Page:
I think that’s true and could be said about a lot of my work. Creatively I started in theatre which is five thousand years old, yet my job in film has existed for a century. That is what I bring to a project in terms of colour and texture, which is something that gets discussed straight away. If someone wants to do a location movie there are plenty of people who can do that, but I’m not one of them. I build worlds and that is how every project is approached irrespective of genre. Each project is designed according to my design aesthetic, not my taste and never restricted by industry expectations.
There are references to Fellini as well as Night of the Hunter through the set decoration and production design. Was that an intentional thing in terms of establishing individual identities?
Absolutely, there is nobody better than Fellini. However, the bizarre thing on this movie, which has never happened to me, is that I was also referencing my work from twenty-five years ago. Someone who had done rock videos alongside this pop orientated kids show, never knowing it was so popular in the UK. However, one of the bigger influences was Murder She Wrote.
Jessica Fletcher? No.
Really. If you go back and look at one of those, they are very contemporary of the early Nineties. There are colours in there you never see anymore and I brought them back, plus as far as Emerald is concerned I created millennial pink.
From your perspective, is Promising Young Woman a revenge story or tale of redemption?
I think it’s more of a cautionary tale and illustrates that you need to be more organised than just becoming this one-woman vigilante. One of the first things Emerald said, is that she watches films with women in hot pants brandishing machetes which never happens. Promising Young Woman is a cautionary tale not an exploitation film. It wants to use other methods rather than machetes to call people to account and illustrate their complicity.
In a broader sense, are there any creative preoccupations which draw you towards certain projects or is it arbitrary?
I am very lucky at this point in my career that I can be a little choosy. Firstly, if the script grabs me in that first reading it is worth exploring. This script was incredible and probably the best thing I have ever read meaning I wanted in immediately. For me the challenge was how to bring this picture alive on budget yet stay true to Emerald’s vision. Which in this case meant having a great art director and set decorator alongside an amazing crew, then having the willingness to dispense with disbelief and believe we could. Which in the case of Promising Young Woman meant recreating one long Paris Hilton video, as well as figuring out how to do x amount of locations, in x amount of days, without killing anybody.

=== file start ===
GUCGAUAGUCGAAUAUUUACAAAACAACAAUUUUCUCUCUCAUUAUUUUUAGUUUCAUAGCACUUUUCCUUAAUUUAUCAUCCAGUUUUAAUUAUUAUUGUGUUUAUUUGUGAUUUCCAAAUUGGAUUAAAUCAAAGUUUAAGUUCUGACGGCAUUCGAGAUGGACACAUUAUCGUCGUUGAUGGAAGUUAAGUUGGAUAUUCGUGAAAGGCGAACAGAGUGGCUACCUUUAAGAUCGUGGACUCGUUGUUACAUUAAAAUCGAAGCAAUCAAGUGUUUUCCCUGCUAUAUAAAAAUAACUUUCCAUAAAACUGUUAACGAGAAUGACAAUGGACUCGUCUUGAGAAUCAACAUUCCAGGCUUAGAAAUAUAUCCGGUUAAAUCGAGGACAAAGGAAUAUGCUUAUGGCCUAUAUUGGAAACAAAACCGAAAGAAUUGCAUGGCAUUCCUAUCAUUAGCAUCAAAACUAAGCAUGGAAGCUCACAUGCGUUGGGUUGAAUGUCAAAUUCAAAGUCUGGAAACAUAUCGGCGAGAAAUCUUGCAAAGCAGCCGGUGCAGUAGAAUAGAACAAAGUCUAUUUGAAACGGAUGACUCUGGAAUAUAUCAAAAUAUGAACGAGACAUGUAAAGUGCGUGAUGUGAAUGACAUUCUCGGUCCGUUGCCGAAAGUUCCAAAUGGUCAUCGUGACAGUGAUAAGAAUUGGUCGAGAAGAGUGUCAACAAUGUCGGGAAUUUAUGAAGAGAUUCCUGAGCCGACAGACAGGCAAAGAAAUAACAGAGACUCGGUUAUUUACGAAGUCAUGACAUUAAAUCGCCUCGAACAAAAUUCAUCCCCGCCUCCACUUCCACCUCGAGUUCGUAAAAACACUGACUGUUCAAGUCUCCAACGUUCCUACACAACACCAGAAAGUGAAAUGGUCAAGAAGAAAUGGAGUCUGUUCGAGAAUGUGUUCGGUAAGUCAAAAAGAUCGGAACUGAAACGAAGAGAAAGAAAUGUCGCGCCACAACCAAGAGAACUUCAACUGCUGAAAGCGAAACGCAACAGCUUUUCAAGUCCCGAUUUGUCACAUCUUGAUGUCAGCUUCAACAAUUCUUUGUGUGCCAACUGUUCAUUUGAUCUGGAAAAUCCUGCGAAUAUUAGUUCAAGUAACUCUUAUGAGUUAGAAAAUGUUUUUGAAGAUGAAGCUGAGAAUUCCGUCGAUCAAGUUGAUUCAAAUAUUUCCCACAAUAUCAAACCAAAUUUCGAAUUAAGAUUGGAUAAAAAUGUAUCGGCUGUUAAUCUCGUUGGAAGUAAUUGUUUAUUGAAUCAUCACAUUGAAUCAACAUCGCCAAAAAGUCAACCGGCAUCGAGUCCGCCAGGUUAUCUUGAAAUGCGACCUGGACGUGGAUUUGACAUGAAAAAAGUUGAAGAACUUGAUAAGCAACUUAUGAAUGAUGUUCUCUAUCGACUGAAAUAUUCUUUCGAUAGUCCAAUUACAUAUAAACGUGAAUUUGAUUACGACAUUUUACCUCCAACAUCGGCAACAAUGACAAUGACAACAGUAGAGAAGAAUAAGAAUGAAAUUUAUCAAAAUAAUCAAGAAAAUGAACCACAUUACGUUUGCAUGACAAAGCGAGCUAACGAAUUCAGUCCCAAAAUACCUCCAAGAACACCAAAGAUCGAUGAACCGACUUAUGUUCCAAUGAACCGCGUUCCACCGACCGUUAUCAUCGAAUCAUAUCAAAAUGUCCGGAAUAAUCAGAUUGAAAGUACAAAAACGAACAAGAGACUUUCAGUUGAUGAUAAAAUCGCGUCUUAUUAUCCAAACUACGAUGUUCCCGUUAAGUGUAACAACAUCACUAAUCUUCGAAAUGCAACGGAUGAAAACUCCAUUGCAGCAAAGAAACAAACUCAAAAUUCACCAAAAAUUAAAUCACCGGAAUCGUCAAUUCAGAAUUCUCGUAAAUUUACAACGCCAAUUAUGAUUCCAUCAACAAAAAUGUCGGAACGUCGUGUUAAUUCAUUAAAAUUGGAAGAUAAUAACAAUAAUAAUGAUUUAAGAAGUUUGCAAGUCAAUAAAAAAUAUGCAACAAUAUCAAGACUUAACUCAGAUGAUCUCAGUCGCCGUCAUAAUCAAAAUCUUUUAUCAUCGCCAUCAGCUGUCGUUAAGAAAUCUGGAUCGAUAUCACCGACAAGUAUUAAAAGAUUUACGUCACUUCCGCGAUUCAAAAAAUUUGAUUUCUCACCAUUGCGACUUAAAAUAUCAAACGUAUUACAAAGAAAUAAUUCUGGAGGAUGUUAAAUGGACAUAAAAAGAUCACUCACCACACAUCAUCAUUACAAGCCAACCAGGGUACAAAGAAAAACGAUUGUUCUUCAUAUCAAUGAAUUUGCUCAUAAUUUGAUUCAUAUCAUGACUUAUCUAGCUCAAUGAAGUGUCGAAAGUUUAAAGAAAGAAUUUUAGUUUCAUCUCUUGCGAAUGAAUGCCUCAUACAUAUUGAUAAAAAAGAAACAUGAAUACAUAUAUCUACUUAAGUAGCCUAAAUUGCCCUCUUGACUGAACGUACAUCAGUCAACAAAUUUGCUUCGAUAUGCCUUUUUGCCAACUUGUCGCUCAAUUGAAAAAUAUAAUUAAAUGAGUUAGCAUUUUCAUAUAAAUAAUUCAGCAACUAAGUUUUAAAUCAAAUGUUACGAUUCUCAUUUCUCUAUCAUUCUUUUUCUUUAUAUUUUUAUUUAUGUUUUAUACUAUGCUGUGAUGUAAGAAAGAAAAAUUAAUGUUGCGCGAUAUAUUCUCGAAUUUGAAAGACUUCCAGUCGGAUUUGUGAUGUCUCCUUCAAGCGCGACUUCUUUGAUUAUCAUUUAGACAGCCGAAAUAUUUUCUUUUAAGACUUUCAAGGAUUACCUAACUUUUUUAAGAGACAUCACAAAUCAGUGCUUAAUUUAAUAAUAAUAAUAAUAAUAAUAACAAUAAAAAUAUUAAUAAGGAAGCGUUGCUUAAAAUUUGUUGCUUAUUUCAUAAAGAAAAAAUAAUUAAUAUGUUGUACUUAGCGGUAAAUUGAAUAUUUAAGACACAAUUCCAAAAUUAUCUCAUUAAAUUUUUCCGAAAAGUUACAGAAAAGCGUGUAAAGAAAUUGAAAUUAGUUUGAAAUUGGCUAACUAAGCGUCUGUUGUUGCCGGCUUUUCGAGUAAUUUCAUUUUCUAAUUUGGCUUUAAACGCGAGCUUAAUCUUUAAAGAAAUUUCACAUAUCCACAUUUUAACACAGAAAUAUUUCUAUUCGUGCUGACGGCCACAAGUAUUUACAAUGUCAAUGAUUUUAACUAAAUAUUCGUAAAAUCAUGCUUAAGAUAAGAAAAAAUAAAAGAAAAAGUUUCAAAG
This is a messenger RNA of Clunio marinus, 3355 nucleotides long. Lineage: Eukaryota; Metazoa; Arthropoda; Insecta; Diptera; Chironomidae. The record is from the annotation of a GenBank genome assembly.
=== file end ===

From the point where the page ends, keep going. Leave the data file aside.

From your perspective, how do you think the film industry has adapted to production in the last twelve months?
I have done two movies and am just starting another one under COVID conditions. I don’t know how it’s going to play out. We have lost a huge amount of audience that won’t ever come back. For me it just won’t happen. It’s too expensive to begin with and will become a lot more like Broadway or the West End. Cinema will be much more sensationalised and more epic in terms of an event. The thing I go back to is my awareness of the amount of money people spent on Dune or Godzilla, or any of those movies. That is a boatload of money to end up on television, meaning those films will get smaller, while others in the thirty-million-dollar range will start getting made again.
Describe for me your perfect Sunday afternoon.
Sure. New York Times and a nap.
Many thanks to Michael T. Perry for taking the time for this interview.
Promising Young Woman is available to stream through Amazon Prime Video now.